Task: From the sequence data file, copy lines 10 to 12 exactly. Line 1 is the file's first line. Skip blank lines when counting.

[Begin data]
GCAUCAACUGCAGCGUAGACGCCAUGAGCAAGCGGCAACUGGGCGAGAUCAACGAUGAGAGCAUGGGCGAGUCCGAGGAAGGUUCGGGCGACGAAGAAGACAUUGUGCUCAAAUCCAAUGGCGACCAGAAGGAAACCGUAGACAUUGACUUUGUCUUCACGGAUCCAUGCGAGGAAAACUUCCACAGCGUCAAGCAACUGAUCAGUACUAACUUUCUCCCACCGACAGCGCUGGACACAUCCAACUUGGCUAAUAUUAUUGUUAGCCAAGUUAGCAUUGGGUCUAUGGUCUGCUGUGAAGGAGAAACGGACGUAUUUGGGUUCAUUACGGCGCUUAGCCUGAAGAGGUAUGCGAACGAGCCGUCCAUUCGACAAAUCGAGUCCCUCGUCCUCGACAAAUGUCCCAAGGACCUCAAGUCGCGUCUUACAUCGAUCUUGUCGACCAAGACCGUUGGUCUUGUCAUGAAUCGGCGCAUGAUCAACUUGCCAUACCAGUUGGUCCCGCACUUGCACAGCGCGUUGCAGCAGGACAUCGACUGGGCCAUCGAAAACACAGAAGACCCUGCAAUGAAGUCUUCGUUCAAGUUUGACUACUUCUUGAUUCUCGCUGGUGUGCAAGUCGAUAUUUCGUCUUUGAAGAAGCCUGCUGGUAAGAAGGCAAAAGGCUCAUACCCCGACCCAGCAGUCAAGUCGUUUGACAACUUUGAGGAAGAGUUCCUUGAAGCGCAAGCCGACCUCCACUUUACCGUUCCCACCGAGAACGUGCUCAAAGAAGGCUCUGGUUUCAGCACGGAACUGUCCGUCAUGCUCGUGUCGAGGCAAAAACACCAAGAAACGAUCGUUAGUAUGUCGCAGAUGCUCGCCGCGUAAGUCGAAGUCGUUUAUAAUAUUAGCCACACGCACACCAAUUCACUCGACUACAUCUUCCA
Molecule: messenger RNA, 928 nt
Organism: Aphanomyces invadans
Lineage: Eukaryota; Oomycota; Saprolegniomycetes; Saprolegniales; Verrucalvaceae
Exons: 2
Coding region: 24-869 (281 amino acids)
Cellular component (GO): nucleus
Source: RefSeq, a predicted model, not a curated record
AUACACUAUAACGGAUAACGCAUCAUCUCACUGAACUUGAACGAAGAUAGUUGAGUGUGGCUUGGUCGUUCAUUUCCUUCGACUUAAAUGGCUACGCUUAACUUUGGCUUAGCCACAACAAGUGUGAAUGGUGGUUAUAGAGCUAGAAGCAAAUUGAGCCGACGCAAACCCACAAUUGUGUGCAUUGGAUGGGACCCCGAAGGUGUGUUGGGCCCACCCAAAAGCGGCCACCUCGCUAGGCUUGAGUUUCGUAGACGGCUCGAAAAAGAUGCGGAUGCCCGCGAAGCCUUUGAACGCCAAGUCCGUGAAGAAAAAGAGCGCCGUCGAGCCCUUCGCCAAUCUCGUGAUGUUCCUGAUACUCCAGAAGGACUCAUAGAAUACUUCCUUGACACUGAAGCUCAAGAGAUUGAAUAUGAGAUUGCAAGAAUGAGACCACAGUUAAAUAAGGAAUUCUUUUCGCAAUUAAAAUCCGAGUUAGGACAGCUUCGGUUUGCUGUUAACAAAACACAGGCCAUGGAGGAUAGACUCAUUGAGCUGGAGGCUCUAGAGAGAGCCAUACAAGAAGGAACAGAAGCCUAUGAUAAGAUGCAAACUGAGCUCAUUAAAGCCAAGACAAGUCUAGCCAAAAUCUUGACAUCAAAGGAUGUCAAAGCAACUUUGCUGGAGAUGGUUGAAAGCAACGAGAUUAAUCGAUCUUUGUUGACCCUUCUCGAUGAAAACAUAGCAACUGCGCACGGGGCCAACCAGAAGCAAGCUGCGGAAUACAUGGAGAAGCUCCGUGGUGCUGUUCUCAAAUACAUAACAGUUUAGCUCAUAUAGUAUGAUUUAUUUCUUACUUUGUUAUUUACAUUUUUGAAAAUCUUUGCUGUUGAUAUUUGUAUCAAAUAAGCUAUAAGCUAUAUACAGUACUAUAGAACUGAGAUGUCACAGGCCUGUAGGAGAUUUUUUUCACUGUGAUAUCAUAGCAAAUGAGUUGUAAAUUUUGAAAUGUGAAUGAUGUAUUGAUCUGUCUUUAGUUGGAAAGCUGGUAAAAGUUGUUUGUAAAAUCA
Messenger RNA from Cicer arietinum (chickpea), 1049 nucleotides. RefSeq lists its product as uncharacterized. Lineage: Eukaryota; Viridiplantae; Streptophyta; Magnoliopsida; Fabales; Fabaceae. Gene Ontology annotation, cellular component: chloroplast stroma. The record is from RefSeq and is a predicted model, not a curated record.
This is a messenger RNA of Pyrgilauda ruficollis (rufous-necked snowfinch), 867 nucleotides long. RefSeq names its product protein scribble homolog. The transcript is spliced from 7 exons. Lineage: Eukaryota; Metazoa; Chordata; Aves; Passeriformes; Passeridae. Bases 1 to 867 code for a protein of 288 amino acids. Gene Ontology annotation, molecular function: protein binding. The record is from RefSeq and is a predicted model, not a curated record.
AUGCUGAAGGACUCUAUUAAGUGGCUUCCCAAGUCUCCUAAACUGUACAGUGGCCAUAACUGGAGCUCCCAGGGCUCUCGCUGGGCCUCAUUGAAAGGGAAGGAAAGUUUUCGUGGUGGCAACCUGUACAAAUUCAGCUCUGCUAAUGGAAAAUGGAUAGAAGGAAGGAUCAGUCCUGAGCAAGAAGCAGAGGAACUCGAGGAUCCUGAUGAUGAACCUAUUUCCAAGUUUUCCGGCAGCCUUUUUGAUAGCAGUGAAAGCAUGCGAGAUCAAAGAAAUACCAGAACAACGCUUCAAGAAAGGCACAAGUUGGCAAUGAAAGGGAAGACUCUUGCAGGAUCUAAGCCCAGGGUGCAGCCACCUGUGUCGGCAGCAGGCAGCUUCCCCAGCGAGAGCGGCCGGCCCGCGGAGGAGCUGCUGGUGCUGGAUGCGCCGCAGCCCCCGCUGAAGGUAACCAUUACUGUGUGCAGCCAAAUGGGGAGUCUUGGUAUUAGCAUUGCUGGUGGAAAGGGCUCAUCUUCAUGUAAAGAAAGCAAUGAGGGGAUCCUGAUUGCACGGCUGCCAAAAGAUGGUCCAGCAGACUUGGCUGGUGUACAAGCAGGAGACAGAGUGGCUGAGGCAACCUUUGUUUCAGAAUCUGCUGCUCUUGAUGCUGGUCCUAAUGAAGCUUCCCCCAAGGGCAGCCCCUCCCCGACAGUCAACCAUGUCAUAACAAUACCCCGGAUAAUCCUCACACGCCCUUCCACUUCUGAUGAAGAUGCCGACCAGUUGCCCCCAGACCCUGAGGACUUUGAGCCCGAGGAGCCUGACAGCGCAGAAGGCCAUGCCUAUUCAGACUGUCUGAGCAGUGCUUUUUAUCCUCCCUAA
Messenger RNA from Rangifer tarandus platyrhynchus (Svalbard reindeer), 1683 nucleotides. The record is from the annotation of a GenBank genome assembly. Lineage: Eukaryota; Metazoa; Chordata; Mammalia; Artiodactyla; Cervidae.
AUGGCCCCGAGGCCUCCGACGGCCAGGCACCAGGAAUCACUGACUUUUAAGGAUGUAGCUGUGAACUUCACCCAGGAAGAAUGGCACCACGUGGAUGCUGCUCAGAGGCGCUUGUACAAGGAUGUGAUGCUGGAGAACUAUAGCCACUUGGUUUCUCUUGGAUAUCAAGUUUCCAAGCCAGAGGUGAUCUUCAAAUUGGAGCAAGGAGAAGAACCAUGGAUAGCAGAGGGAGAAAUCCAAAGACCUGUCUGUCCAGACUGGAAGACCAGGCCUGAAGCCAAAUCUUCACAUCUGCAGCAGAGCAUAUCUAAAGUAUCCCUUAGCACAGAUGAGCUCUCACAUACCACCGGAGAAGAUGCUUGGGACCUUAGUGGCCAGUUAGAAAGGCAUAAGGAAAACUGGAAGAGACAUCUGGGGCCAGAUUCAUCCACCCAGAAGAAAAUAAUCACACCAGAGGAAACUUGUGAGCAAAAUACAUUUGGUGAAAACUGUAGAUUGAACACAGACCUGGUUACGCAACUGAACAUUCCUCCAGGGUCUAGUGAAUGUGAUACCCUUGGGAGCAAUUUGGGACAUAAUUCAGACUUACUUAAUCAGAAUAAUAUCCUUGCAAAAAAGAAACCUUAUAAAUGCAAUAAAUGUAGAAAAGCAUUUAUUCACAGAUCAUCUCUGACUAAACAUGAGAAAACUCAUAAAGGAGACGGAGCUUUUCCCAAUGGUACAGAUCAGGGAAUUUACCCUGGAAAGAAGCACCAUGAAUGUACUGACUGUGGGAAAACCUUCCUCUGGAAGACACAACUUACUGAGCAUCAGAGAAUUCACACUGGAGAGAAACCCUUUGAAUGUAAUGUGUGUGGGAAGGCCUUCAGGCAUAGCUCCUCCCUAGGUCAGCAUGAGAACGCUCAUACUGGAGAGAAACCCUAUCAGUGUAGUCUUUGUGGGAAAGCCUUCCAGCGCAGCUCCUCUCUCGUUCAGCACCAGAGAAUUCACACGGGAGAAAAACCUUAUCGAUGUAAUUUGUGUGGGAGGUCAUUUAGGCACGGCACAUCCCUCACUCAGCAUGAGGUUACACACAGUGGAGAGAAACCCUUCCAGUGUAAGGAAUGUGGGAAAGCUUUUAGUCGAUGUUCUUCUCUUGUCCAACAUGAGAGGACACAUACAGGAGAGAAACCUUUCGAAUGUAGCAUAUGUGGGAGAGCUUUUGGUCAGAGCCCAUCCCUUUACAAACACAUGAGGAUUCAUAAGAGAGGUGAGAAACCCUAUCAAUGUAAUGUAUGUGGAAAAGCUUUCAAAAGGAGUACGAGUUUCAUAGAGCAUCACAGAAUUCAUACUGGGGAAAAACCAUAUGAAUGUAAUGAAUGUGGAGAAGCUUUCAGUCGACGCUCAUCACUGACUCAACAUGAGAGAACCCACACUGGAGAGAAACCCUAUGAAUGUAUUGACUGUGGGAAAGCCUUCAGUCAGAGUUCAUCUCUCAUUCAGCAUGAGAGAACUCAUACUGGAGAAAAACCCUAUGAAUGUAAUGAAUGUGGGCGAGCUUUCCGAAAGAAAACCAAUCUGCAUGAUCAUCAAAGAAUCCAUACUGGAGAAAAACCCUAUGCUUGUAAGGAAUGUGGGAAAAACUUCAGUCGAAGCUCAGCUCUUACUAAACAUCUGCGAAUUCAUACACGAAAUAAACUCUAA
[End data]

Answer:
Messenger RNA from Cicer arietinum (chickpea), 1049 nucleotides. RefSeq lists its product as uncharacterized. Lineage: Eukaryota; Viridiplantae; Streptophyta; Magnoliopsida; Fabales; Fabaceae. Gene Ontology annotation, cellular component: chloroplast stroma. The record is from RefSeq and is a predicted model, not a curated record.
This is a messenger RNA of Pyrgilauda ruficollis (rufous-necked snowfinch), 867 nucleotides long. RefSeq names its product protein scribble homolog. The transcript is spliced from 7 exons. Lineage: Eukaryota; Metazoa; Chordata; Aves; Passeriformes; Passeridae. Bases 1 to 867 code for a protein of 288 amino acids. Gene Ontology annotation, molecular function: protein binding. The record is from RefSeq and is a predicted model, not a curated record.
AUGCUGAAGGACUCUAUUAAGUGGCUUCCCAAGUCUCCUAAACUGUACAGUGGCCAUAACUGGAGCUCCCAGGGCUCUCGCUGGGCCUCAUUGAAAGGGAAGGAAAGUUUUCGUGGUGGCAACCUGUACAAAUUCAGCUCUGCUAAUGGAAAAUGGAUAGAAGGAAGGAUCAGUCCUGAGCAAGAAGCAGAGGAACUCGAGGAUCCUGAUGAUGAACCUAUUUCCAAGUUUUCCGGCAGCCUUUUUGAUAGCAGUGAAAGCAUGCGAGAUCAAAGAAAUACCAGAACAACGCUUCAAGAAAGGCACAAGUUGGCAAUGAAAGGGAAGACUCUUGCAGGAUCUAAGCCCAGGGUGCAGCCACCUGUGUCGGCAGCAGGCAGCUUCCCCAGCGAGAGCGGCCGGCCCGCGGAGGAGCUGCUGGUGCUGGAUGCGCCGCAGCCCCCGCUGAAGGUAACCAUUACUGUGUGCAGCCAAAUGGGGAGUCUUGGUAUUAGCAUUGCUGGUGGAAAGGGCUCAUCUUCAUGUAAAGAAAGCAAUGAGGGGAUCCUGAUUGCACGGCUGCCAAAAGAUGGUCCAGCAGACUUGGCUGGUGUACAAGCAGGAGACAGAGUGGCUGAGGCAACCUUUGUUUCAGAAUCUGCUGCUCUUGAUGCUGGUCCUAAUGAAGCUUCCCCCAAGGGCAGCCCCUCCCCGACAGUCAACCAUGUCAUAACAAUACCCCGGAUAAUCCUCACACGCCCUUCCACUUCUGAUGAAGAUGCCGACCAGUUGCCCCCAGACCCUGAGGACUUUGAGCCCGAGGAGCCUGACAGCGCAGAAGGCCAUGCCUAUUCAGACUGUCUGAGCAGUGCUUUUUAUCCUCCCUAA